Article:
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THE SCARLET LETTER

the same worn-out soil. My children have had other birth-
places, and, so far as their fortunes may be within my control,
shall strike their roots into unaccustomed earth.

On emerging from the Old Manse, it was chiefly this
strange, indolent, unjoyous attachment for my native town,
that brought me to fill a place in Uncle Sam's brick edifice,
when I might as well, or better, have gone somewhere else.
My doom was on me. It was not the first time, nor the second,
that I had gone away,–as it seemed, permanently,–but yet
returned, like the bad half-penny; or as if Salem were for me
the inevitable centre of the universe. So, one fine morning,
I ascended the flight of granite steps, with the President's
commission in my pocket, and was introduced to the corps of
gentlemen who were to aid me in my weighty responsibility,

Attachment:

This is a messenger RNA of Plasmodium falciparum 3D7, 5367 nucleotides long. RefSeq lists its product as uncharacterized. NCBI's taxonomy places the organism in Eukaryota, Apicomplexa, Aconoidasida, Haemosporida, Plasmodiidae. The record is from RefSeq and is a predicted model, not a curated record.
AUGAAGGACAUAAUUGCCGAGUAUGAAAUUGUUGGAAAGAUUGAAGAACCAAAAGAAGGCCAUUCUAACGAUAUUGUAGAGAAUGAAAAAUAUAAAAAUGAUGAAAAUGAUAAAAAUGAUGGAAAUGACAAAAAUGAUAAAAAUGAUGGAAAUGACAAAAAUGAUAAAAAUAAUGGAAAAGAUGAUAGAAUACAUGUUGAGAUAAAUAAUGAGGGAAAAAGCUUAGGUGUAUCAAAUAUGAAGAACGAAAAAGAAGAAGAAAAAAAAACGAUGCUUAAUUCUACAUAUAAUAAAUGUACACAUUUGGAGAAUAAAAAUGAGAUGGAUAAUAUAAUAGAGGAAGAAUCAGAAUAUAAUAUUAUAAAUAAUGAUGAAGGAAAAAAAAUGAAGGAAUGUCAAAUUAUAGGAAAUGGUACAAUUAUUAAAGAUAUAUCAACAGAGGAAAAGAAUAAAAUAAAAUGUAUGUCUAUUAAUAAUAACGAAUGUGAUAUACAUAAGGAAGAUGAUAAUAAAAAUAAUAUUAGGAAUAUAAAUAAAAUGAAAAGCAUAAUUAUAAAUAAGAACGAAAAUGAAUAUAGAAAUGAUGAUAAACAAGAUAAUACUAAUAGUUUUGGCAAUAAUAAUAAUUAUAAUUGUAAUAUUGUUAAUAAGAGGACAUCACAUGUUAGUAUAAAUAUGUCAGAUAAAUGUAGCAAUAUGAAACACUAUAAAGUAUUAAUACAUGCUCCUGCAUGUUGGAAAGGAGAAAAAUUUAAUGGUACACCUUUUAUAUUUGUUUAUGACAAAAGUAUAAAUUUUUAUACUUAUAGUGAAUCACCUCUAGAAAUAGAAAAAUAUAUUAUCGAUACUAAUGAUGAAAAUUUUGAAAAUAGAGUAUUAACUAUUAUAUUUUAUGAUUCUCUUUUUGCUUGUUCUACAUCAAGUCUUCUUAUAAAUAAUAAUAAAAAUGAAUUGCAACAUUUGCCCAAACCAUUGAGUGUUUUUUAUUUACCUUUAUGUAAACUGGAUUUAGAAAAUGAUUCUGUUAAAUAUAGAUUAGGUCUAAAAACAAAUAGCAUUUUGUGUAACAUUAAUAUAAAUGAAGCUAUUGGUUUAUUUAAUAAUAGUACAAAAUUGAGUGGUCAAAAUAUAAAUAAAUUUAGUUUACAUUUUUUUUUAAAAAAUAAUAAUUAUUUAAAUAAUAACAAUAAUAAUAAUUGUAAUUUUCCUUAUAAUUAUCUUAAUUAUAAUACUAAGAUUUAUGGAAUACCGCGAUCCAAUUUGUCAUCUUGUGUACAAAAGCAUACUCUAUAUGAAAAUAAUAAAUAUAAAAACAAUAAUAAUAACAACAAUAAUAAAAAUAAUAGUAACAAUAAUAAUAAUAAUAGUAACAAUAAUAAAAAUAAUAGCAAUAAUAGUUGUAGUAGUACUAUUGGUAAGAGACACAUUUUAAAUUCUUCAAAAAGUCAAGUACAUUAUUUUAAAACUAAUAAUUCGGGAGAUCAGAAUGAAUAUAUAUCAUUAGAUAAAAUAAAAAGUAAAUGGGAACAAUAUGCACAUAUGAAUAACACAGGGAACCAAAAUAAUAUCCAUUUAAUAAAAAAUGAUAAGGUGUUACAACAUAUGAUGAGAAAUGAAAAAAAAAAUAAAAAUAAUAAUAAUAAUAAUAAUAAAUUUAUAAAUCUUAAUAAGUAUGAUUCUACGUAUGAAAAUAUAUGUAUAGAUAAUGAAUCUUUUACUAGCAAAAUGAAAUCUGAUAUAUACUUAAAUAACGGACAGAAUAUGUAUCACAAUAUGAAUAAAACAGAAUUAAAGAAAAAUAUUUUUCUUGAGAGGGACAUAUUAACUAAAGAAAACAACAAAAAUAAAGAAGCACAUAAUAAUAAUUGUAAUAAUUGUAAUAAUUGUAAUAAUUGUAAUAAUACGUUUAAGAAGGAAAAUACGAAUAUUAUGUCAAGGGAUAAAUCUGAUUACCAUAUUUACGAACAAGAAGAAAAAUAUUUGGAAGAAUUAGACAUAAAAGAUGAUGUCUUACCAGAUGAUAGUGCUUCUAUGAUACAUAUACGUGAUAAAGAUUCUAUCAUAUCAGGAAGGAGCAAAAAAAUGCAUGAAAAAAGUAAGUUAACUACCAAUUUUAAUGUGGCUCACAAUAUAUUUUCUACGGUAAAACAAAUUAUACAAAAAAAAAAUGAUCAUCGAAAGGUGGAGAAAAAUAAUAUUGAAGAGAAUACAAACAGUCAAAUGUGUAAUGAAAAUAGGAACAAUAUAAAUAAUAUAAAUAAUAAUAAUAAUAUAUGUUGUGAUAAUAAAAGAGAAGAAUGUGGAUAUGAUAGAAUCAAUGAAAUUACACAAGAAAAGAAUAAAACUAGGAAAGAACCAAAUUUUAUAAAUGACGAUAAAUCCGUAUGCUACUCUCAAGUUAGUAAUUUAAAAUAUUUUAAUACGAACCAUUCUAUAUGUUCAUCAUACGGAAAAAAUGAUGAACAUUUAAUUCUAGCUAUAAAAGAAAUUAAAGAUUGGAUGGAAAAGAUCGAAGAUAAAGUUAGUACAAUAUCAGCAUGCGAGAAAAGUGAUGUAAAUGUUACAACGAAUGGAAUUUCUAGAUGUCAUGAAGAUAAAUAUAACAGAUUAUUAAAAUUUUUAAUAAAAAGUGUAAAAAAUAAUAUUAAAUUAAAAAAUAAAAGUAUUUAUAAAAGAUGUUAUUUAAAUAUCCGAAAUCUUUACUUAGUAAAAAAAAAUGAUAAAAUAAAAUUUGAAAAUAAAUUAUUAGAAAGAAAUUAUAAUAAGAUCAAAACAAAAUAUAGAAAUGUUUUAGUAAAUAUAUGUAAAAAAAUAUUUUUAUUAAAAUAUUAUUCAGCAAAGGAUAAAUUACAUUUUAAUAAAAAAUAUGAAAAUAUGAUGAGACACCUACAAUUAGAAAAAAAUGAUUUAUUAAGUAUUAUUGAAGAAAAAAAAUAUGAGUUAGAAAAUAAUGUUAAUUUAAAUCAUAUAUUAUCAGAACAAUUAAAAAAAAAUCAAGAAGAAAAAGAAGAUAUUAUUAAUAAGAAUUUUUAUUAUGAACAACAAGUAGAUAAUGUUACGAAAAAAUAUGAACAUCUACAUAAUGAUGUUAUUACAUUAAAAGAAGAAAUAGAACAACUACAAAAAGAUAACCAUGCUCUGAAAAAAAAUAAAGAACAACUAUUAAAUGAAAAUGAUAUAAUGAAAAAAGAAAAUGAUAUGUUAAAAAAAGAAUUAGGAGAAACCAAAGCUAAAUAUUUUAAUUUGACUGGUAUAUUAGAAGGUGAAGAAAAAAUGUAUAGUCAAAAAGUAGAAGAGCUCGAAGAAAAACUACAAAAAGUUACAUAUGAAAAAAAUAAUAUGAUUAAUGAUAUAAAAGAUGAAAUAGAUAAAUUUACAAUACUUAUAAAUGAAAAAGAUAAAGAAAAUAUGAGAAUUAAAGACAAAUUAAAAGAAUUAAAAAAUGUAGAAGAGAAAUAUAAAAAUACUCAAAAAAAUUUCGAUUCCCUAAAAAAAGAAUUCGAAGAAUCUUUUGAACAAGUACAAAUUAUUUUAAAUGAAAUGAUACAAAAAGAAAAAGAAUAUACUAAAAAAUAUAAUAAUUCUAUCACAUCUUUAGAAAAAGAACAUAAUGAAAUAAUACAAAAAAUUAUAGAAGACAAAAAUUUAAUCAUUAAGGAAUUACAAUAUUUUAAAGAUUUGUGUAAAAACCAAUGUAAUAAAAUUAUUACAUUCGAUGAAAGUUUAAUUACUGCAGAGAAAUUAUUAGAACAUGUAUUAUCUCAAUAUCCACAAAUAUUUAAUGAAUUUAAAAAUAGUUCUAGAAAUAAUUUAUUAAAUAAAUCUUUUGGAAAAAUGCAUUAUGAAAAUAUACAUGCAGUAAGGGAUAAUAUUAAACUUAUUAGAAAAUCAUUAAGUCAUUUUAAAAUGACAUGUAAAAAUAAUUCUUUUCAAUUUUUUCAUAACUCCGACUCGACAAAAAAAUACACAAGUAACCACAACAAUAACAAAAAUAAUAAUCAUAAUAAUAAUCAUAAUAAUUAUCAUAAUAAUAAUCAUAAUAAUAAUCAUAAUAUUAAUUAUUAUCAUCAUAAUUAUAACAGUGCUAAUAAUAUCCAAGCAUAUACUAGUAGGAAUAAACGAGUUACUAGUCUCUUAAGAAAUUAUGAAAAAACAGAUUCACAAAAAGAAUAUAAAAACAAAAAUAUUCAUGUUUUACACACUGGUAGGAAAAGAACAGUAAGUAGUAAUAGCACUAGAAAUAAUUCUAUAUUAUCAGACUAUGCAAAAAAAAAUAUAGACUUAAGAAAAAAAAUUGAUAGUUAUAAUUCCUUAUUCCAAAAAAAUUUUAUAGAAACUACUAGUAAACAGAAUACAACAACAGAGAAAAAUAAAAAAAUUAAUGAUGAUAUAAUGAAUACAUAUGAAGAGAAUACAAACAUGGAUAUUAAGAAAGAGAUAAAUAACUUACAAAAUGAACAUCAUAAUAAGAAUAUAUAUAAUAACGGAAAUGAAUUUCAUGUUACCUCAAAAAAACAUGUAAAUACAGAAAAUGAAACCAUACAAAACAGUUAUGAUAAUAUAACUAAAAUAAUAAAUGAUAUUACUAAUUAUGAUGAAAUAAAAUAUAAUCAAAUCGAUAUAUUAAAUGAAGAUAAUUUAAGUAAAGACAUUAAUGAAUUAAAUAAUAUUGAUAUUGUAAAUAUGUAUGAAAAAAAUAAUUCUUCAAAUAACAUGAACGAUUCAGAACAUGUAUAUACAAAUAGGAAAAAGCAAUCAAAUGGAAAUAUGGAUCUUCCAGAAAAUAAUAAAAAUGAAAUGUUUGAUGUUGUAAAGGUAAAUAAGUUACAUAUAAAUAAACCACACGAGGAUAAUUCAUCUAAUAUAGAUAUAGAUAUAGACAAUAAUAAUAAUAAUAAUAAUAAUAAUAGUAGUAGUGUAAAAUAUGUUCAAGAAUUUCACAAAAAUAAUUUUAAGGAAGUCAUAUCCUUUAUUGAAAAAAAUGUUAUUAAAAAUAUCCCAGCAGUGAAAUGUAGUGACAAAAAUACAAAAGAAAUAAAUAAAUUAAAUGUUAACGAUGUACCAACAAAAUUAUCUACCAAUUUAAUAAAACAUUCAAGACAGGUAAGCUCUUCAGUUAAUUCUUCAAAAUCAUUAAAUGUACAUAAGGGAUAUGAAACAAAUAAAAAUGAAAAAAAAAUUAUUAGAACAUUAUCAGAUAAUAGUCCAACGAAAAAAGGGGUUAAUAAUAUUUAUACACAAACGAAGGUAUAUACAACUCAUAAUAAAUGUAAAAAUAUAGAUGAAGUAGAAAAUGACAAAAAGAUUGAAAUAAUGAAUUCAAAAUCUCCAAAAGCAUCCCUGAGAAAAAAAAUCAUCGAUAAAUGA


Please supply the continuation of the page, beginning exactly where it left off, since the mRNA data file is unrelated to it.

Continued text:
as chief executive officer of the Custom-House.

I doubt greatly–or rather, I do not doubt at all–whether
any public functionary of the United States, either in the
civil or military line, has ever had such a patriarchal body of
veterans under his orders as myself. The whereabouts of the
Oldest Inhabitant was at once settled, when I looked at them.
For upwards of twenty years before this epoch, the independ-
ent position of the Collector had kept the Salem Custom-
House out of the whirlpool of political vicissitude, which
makes the tenure of office generally so fragile. A soldier,–
New England's most distinguished soldier,–he stood firmly
on the pedestal of his gallant services; and, himself secure in
the wise liberality of the successive administrations through
which he had held office, he had been the safety of his
subordinates in many an hour of danger and heart-quake.
General Miller was radically conservative; a man over whose
kindly nature habit had no slight influence; attaching himself
strongly to familiar faces, and with difficulty moved to change,
even when change might have brought unquestionable im-
provement. Thus, on taking charge of my department, I
found few but aged men. They were ancient sea-captains, for

The Scarlet Letter > Page
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